HC Deb 17 May 1999 vol 331 cc253-4W
Mr. Jim Marshall

To ask the Secretary of State for Trade and Industry what was the outcome of the Energy Council held in Brussels on 11 May; and if he will make a statement. [84067]

Mr. Battle

The Council considered several matters of interest to the United Kingdom.

On renewables, our strategy was singled out for praise. I called on the Commission to maintain momentum in the promotion of renewable energy by coming forward with a directive giving a framework for fair access of renewables to the internal electricity market. It should minimise distortions, ensure transparency, provide flexibility to distinguish between different kinds of renewables and promote cost-effectiveness and price competitiveness.

The Commission made two presentations on the internal energy market. The first concerned progress on implementation of the gas and electricity directives and the second harmonisation measures in electricity. I welcomed the implementation report stressing the importance of developing a real single market in energy (rather than 15 national markets) to enable consumers to reap the benefits that competition can bring in terms of lower prices and better service. I pointed out that agreement on the electricity and gas directives was only the first step. This must be followed by effective and timely implementation in all member states. I expressed disappointment that implementation had been delayed in some cases, urging those member states to put the necessary legal frameworks in place as a matter of urgency, emphasising the potential benefits to consumers. I also pointed out the importance of a level playing field where everyone plays by the rules; it was not acceptable for companies to compete in the markets of others member states while being protected from competition in their own.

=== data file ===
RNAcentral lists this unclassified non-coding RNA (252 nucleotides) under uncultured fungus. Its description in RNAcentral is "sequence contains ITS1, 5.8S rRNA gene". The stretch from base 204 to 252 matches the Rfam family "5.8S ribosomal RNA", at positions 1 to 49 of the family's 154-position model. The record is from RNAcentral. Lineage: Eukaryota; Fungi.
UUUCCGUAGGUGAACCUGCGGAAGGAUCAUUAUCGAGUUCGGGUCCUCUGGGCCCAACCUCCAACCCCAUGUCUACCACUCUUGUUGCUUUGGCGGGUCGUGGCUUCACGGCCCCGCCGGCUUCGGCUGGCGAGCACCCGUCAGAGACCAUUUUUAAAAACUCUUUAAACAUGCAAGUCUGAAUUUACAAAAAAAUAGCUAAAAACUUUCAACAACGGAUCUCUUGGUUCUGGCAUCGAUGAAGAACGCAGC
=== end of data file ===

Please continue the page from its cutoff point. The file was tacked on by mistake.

I also welcomed the Commission's harmonisation report which highlighted the main areas where obstacles to the single market persist, such as arrangements for cross-border trading. I emphasised the need to get on with this work urgently so that we can have workable and effective arrangements by the time of the next Council.

I suggested the Council should regularly review progress towards achieving a single market against specific indicators, such as the number of new market entrants or prices. This will provide a measure of how far consumers are really being offered a competitive supply and benefiting from lower prices. The Presidency's summary supported this approach including the need to take the social dimension into account in liberalising the internal market in electricity. The Commission accordingly undertook to provide regular progress reports to Council.

The Energy Council held an orientation debate concerning possible elements for inclusion in a strategy on the integration of environmental aspects and sustainable development into energy policy. Ministers had a useful exchange of views which the Presidency summarised.

The Council also adopted conclusions aimed at reducing standby losses from electrical appliances which encourages an integrated approach—building a consensus and partnership with business on priorities and targets—developing a combination of voluntary and regulatory measures at Community level.

The Council received information from the Commission on the Energy Charter Treaty, the campaign for take-off on renewables and on progress towards minimising the impact of the millennium bug.

A full press release on the outcome of the Council can be found on the Council Secretariat web site at http://ue.eu.int/newsroom.

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